I wonder how many people feel, as I do, an affection for lamplighters that dates from the earliest years of childhood. I remember what it felt like to wait, pressing my face against the window-pane, for the moment he would come with a leisurely stride, leaving little stars and pools of yellow behind him; and what a lovely moment it was when he would pause opposite and life his pole to bring the lamp to life.
In bed at night in a silent house, the memory of that little pool of gold was somehow infinitely consoling before one fell asleep, and, in the stillness of a night of ugly dreams, what could be more comforting than to hop out of bed and see the lamp burning there, so still and calm, so brave in the dark.

Robert Louis Stephenson is the only poet who has remembered how romantic a lamplighter could be to a child watching for him at the window; and every time I read his Child’s Garden of Verse I am a small boy again, with my eyes on the window.

For we are very lucky with a lamp before the door,
And Leerie stops to light it as he lights so many more;
And O! before you hurry by with ladder and with light,
O Leerie, se a child and nod to him to-night.

As I was walking the other evening in a street not far from Westminster Abbey, I saw twelve men approach a shed, and draw from it, one after the other, lamplighter’s poles. I watched them with some curiosity for I had not seen such a sight for years. They took my mind back to a time when every street had its lamplighter. Twelve Leeries with their poles across their shoulders setting out to light the lamps of London!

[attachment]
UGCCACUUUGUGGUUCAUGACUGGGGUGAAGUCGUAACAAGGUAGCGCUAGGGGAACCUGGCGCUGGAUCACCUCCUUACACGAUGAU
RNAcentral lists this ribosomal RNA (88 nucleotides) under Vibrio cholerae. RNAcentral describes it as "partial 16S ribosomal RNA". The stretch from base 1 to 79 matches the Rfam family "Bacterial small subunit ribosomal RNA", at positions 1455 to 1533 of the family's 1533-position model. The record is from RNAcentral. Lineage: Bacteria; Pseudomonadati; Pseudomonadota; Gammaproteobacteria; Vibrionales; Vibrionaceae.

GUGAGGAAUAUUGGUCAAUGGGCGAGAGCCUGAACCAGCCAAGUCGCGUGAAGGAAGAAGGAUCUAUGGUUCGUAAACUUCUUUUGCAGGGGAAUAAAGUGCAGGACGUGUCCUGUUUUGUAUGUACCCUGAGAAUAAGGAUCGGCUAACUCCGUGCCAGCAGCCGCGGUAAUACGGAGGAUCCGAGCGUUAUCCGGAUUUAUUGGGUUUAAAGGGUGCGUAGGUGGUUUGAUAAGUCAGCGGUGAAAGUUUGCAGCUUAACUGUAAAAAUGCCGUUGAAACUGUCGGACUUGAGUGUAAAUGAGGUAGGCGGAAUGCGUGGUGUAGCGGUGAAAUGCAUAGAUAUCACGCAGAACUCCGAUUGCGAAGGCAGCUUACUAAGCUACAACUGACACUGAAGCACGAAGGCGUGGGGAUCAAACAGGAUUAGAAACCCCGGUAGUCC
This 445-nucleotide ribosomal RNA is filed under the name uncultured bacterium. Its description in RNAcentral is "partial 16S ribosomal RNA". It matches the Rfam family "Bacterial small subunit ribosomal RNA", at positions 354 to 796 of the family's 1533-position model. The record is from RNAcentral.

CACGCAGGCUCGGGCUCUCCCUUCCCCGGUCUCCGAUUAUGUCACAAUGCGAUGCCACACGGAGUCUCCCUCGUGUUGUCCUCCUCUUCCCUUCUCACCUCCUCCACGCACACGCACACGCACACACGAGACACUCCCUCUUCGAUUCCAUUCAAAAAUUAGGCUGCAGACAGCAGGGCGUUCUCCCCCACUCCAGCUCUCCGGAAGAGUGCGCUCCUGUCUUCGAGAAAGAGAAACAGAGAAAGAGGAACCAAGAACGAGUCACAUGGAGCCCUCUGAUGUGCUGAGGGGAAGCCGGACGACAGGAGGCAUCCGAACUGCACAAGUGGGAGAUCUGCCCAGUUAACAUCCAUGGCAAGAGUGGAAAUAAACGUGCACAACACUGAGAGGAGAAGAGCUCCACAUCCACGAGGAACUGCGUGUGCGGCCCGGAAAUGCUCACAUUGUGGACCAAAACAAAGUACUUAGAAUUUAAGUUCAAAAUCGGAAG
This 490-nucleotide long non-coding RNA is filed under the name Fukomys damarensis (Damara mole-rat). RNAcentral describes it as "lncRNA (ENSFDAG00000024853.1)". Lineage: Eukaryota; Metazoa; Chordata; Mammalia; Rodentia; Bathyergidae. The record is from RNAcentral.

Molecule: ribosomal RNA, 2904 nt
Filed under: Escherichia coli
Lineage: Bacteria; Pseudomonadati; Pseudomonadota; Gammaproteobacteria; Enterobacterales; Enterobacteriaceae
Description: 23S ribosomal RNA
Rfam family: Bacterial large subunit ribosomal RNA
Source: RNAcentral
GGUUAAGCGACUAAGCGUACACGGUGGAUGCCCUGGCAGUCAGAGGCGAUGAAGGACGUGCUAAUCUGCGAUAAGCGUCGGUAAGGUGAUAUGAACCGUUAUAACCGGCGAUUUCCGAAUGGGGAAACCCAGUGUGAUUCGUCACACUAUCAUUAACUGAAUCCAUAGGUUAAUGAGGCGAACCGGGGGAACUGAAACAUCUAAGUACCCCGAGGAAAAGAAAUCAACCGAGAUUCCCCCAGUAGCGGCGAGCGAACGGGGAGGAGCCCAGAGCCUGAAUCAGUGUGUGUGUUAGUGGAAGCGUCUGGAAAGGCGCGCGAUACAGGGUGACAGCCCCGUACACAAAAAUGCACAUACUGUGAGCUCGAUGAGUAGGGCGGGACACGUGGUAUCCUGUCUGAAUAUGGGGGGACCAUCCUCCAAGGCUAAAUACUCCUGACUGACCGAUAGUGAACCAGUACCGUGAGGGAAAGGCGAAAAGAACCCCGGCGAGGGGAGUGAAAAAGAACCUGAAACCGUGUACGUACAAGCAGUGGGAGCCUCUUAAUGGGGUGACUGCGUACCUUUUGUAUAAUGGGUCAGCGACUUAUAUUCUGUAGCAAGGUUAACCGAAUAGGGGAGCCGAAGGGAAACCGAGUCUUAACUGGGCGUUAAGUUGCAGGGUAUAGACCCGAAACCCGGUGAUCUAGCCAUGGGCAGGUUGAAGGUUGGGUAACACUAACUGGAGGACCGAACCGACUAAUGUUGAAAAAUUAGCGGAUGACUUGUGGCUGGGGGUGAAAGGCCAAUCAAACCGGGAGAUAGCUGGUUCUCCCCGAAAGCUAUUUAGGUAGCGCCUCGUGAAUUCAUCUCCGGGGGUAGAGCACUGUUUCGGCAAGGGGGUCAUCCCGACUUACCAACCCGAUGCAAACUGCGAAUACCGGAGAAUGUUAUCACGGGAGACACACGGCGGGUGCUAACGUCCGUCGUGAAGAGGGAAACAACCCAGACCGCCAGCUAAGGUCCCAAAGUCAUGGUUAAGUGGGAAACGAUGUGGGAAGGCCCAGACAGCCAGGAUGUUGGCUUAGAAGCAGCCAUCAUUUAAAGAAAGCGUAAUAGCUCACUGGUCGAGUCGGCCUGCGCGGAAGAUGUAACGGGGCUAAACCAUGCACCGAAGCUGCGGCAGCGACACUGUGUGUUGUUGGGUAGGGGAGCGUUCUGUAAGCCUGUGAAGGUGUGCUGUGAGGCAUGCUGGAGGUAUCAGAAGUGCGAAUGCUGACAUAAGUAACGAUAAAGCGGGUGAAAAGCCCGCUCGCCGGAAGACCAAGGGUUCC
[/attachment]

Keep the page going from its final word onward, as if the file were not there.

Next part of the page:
‘There’s not many of us stick lighters left,’ one of them told me. ‘Most of the lamps nowadays are turned on automatically. But, here and there, a few of us still muster of an evening. Yes, “muster’s” the name we give it. They’ve changed the lamps, the torches we carry, the standards, the system of booking, and pretty well everything, but the old-fashioned muster still goes on. We’re the last of the old brigade.’
‘How long have you been lighting lamps?’ I asked him.